Tuesday, October 09, 2007

Fall Labor Pains

I’ve been reading about the decision by the Service Employees International Union not to endorse a particular Democratic candidate for the party’s nomination, and I keep trying to figure out how this is a positive development (for someone besides Hillary Clinton, I mean).

True, the Edwards campaign will receive the support of “hundreds of thousands of SEIU members,” as spokesman Eric Schultz pointed out, which is bound to provide a shot in the arm, as it were, in terms of money, backers, and workers doing the nuts-and-bolts leg work for the campaign (and of course Barack Obama and Clinton herself will be helped out, as well as other Democratic candidates reaping benefits of varying degrees).

But to dilute the clout of a single national endorsement for anyone dilutes the power of organized labor in general in the campaign, as far as I’m concerned.

And for a bit of a history lesson on this, I went back to this article by Ryan Lizza of The New Republic from 2003 in which the SEIU threw its support solidly behind Howard Dean (and, of course, we know how that turned out; John Kerry spent a ton of dough in Iowa, the media replayed the “Dean Scream” about a million times, Diebold and Kenneth Blackwell in Ohio did what they did best – with the help of a whole bunch of homophobic voters – and George W. Bush and Dick Cheney lived happily ever after).

And as I read this excerpt, it made me realize how much of our current debate is similar to what we were talking about four years ago, and probably a lot longer also…

Because many of its members are employed in low-wage jobs without health benefits, SEIU made it clear to every candidate seeking its endorsement that he or she had to have a comprehensive, written health care plan. An SEIU advertisement at the airport in Des Moines, Iowa, greets passengers with this message: "Running for president? Health care better be your priority." (Former Democratic presidential hopeful and U.S. House Rep Dick) Gephardt based his whole campaign strategy on this warning. Gephardt knew he could already count on the support of the industrial unions because of his long record fighting NAFTA and other trade deals. But those unions -- think Rust Belt, blue-collar workers who actually make stuff -- weren't enough to get him the AFL-CIO's endorsement. To get to the magic two-thirds majority, he needed SEIU, whose members -- think urban black and Hispanic janitors, security guards, and nurses -- aren't as affected by globalization. "They care about trade, but at the same time they don't see this dogged loyalty to Dick Gephardt because he was with us on NAFTA," says the Democratic labor consultant.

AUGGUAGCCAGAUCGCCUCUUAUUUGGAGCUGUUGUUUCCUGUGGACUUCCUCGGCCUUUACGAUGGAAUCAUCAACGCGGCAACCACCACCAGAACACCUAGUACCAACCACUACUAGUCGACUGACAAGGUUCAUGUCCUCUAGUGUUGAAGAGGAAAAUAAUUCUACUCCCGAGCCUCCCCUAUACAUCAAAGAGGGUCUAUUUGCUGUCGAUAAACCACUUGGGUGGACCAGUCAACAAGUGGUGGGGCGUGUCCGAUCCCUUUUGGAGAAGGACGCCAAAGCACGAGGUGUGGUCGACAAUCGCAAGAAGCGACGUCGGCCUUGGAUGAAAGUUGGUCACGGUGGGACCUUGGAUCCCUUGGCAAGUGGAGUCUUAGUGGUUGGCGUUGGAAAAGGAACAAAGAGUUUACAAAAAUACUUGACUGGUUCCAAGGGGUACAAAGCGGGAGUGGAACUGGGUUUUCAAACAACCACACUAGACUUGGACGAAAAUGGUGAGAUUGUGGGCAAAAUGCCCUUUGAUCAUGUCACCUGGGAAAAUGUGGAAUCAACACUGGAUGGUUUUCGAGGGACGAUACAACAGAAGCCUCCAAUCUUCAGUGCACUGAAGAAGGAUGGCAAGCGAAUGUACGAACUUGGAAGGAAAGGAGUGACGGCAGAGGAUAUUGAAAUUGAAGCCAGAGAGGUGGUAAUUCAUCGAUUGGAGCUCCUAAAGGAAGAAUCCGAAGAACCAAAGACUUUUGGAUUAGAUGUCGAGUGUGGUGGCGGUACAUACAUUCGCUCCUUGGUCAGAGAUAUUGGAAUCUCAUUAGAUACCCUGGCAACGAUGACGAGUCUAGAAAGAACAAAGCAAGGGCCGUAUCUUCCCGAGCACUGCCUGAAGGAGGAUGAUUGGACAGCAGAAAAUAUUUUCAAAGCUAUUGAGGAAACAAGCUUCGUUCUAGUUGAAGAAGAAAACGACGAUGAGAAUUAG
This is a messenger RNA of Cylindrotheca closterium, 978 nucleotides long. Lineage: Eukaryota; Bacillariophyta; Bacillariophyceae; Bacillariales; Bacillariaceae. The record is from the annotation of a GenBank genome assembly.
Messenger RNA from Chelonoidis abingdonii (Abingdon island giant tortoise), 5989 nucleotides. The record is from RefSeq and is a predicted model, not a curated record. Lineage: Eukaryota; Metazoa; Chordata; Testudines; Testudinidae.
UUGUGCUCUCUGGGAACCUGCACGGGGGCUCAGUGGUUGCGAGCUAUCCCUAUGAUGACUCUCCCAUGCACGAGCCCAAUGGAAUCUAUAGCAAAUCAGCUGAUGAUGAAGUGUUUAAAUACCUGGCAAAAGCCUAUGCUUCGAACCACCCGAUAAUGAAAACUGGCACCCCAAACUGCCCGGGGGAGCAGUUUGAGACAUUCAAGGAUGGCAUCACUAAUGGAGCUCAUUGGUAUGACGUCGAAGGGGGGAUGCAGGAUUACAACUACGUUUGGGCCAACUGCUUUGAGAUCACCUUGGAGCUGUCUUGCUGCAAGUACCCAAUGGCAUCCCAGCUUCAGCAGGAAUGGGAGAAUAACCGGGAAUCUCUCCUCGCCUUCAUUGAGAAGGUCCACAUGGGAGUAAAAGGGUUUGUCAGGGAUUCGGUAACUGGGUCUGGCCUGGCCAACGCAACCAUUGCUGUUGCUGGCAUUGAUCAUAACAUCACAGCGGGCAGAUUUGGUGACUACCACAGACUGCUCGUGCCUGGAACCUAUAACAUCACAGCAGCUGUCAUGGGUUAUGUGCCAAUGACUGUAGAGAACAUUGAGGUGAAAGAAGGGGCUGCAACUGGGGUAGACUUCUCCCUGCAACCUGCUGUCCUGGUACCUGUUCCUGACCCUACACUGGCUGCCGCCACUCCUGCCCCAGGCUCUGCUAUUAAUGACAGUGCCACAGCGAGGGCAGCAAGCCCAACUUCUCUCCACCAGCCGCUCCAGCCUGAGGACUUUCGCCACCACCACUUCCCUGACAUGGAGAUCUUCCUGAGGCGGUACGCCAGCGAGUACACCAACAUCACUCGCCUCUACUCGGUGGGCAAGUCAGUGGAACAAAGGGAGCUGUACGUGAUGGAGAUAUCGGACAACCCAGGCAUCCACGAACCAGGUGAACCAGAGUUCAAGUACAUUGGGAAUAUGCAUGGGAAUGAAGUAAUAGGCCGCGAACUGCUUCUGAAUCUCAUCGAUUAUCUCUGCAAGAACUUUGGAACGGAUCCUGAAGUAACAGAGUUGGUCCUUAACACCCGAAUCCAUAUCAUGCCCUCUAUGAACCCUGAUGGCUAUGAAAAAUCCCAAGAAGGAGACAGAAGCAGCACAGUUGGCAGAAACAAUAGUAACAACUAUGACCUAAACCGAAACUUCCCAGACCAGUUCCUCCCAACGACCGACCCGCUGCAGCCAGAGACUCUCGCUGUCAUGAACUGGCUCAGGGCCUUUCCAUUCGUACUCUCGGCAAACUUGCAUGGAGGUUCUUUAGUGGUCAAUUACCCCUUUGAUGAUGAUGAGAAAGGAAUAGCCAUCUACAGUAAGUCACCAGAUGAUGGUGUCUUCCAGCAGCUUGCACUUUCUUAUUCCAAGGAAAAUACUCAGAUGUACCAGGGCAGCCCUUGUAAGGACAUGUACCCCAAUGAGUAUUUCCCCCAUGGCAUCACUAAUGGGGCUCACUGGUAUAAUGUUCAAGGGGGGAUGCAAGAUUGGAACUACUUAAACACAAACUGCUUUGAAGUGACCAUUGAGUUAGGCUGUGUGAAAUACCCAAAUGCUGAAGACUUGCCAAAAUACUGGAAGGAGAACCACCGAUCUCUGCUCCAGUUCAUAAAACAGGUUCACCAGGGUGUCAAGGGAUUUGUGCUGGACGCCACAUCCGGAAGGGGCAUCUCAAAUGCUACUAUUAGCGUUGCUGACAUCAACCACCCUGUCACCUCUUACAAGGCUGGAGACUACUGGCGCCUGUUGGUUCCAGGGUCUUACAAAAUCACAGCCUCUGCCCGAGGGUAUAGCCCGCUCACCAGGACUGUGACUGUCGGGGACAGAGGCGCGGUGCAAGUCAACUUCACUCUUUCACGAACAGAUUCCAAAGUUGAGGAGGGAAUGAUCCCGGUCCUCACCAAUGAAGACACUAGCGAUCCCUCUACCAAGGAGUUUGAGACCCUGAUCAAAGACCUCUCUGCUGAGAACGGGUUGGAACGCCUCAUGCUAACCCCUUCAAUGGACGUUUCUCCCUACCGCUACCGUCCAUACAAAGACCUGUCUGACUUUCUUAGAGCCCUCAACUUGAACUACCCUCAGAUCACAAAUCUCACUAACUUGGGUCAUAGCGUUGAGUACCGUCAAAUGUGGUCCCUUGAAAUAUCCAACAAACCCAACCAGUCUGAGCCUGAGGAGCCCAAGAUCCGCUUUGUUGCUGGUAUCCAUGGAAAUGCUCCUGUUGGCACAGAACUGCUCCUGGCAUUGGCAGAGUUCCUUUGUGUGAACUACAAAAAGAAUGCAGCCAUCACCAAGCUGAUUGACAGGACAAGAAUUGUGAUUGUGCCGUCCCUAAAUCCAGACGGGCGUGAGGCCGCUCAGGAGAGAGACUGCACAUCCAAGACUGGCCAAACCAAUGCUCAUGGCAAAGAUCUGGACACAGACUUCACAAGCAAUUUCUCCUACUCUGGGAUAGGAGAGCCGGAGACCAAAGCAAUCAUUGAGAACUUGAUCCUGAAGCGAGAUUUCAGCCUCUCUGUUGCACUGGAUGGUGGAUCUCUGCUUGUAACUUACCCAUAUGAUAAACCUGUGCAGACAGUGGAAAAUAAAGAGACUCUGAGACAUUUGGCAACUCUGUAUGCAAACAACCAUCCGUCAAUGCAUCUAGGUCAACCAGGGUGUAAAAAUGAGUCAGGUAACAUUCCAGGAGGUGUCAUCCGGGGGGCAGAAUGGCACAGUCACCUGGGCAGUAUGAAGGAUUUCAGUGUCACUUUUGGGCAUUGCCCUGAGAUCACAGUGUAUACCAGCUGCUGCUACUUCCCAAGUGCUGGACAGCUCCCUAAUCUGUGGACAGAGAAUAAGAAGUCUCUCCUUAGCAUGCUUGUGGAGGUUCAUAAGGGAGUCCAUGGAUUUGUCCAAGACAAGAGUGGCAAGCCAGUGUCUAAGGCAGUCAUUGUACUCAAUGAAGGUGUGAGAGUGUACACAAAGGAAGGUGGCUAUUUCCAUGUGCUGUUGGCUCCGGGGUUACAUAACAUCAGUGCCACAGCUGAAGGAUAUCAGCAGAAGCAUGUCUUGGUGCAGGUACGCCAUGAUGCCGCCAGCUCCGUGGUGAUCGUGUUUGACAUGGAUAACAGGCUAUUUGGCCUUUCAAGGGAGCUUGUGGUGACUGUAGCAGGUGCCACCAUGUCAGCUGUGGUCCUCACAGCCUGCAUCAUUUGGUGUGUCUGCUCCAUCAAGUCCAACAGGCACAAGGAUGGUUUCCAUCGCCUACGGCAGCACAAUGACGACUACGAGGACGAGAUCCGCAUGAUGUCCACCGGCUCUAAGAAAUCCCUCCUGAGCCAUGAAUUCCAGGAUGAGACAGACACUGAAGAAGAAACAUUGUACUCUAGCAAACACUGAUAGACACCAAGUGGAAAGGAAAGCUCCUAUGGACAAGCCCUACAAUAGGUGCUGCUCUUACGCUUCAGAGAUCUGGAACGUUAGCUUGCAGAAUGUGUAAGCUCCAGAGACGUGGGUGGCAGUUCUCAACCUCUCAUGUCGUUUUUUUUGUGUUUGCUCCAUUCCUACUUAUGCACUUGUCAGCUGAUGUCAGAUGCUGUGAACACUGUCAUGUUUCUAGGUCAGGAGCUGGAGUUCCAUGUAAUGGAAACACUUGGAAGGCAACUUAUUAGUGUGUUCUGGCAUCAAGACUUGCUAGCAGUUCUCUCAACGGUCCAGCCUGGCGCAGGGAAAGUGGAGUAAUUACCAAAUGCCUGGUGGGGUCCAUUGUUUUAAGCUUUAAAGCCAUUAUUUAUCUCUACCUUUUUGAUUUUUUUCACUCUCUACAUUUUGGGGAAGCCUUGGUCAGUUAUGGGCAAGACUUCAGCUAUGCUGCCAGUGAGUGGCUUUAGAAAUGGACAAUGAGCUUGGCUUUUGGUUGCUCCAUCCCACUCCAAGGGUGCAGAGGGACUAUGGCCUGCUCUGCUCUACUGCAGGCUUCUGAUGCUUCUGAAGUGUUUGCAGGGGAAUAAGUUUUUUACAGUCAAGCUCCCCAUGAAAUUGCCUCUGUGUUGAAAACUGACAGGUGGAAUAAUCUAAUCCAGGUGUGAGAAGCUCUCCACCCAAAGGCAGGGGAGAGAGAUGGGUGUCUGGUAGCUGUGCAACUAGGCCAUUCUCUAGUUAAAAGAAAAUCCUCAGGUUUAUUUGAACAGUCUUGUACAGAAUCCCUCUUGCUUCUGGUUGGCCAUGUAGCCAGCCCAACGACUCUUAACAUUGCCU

I’m not sure I agree with Lizza’s generalizations about globalization, but my point is that Dean presented a health care plan and came out against the war when the latter move was still highly unpopular. Edwards presented his health care plan first in the campaign and came out against the war before anyone else also, but I think Andy Stern’s decision to withhold an endorsement represents a “lesson learned” from Dean’s failed candidacy.

All the same…

The implications of an SEIU endorsement are huge. SEIU is home to many recent Hispanic immigrants and other minorities. Its membership is 28 percent black and Latino, and it represents more immigrant workers than any other union. Coming on top of high-profile African American endorsements from the likes of Jesse Jackson Jr., SEIU's stamp of approval would immediately change the Dean campaign's image as a narrow movement of high-tech, latte-town liberals. And SEIU, which is influential in New Hampshire, the first primary state, as well as in delegate-rich California and New York, will give Dean a large ground force of experienced organizers to complement his own.
I guess the “latte-town” liberals remark is just a reminder that, after all, we’re reading from Joe Lieberman Weekly here.

And Stern doesn't just bring SEIU with him. His endorsement could be similar to Gerald McEntee's 1992 nod to Bill Clinton. McEntee, president of the American Federation of State, County, and Municipal Employees (AFSCME), spoke glowingly of Clinton at a critical moment before the primaries started in January 1992; and he also freed local AFSCME to back the Arkansas governor. The move was a severe blow to Tom Harkin, who, like Gephardt today, was a longtime labor ally with deep industrial union support. McEntee opened doors for Clinton's campaign and was seen as a kingmaker.
I’m not sure there is a direct parallel between today and some of what Lizza mentions here, but it does give an idea of how a single national endorsement could change the picture on behalf of Edwards (or Barack Obama or any other candidate in the field).

I understand that not naming a single candidate is a move by Stern not to get burned as he was four years ago, but I don’t understand how splintering the SEIU’s impact in this race can obviate anything but the Democratic coronation of HRC next year (please let me be wrong, though).

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